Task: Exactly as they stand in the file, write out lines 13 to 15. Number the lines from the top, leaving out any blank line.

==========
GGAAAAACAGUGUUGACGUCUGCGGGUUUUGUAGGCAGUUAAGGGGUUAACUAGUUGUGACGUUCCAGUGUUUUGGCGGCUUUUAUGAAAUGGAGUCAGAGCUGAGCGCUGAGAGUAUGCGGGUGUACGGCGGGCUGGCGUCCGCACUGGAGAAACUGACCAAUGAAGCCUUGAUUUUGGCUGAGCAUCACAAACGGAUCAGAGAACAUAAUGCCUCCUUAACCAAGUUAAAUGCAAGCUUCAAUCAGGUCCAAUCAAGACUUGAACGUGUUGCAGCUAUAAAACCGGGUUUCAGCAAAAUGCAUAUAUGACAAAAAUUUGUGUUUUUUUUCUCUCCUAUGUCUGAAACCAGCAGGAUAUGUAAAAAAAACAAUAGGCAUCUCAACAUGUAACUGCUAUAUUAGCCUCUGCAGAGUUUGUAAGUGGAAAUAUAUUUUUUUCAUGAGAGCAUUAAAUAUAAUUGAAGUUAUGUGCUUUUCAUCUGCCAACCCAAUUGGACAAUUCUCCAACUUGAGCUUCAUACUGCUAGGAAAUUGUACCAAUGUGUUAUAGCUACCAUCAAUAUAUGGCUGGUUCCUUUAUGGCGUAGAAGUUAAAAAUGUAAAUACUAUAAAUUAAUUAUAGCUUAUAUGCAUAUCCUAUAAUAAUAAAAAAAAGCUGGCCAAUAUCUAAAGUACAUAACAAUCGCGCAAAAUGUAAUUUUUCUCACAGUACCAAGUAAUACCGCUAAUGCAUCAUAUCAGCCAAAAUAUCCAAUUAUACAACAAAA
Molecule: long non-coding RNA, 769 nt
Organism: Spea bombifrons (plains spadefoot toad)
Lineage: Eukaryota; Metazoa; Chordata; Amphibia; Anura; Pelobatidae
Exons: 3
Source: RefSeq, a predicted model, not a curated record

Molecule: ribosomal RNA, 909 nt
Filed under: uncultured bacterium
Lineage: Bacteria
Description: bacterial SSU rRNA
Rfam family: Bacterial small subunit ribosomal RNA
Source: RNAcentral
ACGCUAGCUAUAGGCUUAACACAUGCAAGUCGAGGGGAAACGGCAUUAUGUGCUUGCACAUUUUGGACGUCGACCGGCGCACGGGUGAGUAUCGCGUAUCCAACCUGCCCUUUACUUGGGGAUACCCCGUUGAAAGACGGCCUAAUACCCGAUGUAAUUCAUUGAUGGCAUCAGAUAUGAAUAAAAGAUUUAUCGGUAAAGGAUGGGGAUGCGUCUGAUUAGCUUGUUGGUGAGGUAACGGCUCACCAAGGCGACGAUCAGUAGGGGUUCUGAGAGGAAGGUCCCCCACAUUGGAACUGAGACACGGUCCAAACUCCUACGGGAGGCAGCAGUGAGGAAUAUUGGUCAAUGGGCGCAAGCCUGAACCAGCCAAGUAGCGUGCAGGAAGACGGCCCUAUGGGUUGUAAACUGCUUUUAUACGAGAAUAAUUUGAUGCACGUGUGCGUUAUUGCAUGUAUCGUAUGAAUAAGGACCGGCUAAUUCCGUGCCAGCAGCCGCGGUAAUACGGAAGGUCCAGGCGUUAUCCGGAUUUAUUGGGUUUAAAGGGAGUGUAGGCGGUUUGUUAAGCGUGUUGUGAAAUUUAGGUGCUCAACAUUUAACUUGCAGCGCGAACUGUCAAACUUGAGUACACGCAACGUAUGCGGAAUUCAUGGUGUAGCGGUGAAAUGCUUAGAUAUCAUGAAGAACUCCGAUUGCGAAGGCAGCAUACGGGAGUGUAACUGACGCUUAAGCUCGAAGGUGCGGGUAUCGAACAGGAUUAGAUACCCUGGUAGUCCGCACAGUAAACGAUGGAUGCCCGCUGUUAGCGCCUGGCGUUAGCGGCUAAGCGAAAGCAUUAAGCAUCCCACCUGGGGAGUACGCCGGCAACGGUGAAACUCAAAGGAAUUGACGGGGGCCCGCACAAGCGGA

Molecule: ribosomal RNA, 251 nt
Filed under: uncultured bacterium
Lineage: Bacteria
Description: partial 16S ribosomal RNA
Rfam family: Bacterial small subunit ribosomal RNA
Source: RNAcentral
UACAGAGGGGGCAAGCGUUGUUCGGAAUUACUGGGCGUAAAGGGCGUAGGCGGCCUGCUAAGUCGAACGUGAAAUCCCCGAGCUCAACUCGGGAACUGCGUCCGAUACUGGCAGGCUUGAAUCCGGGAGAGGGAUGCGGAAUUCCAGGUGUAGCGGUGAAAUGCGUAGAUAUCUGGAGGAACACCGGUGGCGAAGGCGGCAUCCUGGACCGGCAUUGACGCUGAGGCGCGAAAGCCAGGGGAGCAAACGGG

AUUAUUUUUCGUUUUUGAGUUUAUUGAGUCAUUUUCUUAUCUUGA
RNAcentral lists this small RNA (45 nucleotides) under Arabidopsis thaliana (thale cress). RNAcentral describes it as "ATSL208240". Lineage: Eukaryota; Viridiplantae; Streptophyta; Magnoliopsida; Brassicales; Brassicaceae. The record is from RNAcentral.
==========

ACGCUAGCUAUAGGCUUAACACAUGCAAGUCGAGGGGAAACGGCAUUAUGUGCUUGCACAUUUUGGACGUCGACCGGCGCACGGGUGAGUAUCGCGUAUCCAACCUGCCCUUUACUUGGGGAUACCCCGUUGAAAGACGGCCUAAUACCCGAUGUAAUUCAUUGAUGGCAUCAGAUAUGAAUAAAAGAUUUAUCGGUAAAGGAUGGGGAUGCGUCUGAUUAGCUUGUUGGUGAGGUAACGGCUCACCAAGGCGACGAUCAGUAGGGGUUCUGAGAGGAAGGUCCCCCACAUUGGAACUGAGACACGGUCCAAACUCCUACGGGAGGCAGCAGUGAGGAAUAUUGGUCAAUGGGCGCAAGCCUGAACCAGCCAAGUAGCGUGCAGGAAGACGGCCCUAUGGGUUGUAAACUGCUUUUAUACGAGAAUAAUUUGAUGCACGUGUGCGUUAUUGCAUGUAUCGUAUGAAUAAGGACCGGCUAAUUCCGUGCCAGCAGCCGCGGUAAUACGGAAGGUCCAGGCGUUAUCCGGAUUUAUUGGGUUUAAAGGGAGUGUAGGCGGUUUGUUAAGCGUGUUGUGAAAUUUAGGUGCUCAACAUUUAACUUGCAGCGCGAACUGUCAAACUUGAGUACACGCAACGUAUGCGGAAUUCAUGGUGUAGCGGUGAAAUGCUUAGAUAUCAUGAAGAACUCCGAUUGCGAAGGCAGCAUACGGGAGUGUAACUGACGCUUAAGCUCGAAGGUGCGGGUAUCGAACAGGAUUAGAUACCCUGGUAGUCCGCACAGUAAACGAUGGAUGCCCGCUGUUAGCGCCUGGCGUUAGCGGCUAAGCGAAAGCAUUAAGCAUCCCACCUGGGGAGUACGCCGGCAACGGUGAAACUCAAAGGAAUUGACGGGGGCCCGCACAAGCGGA

Molecule: ribosomal RNA, 251 nt
Filed under: uncultured bacterium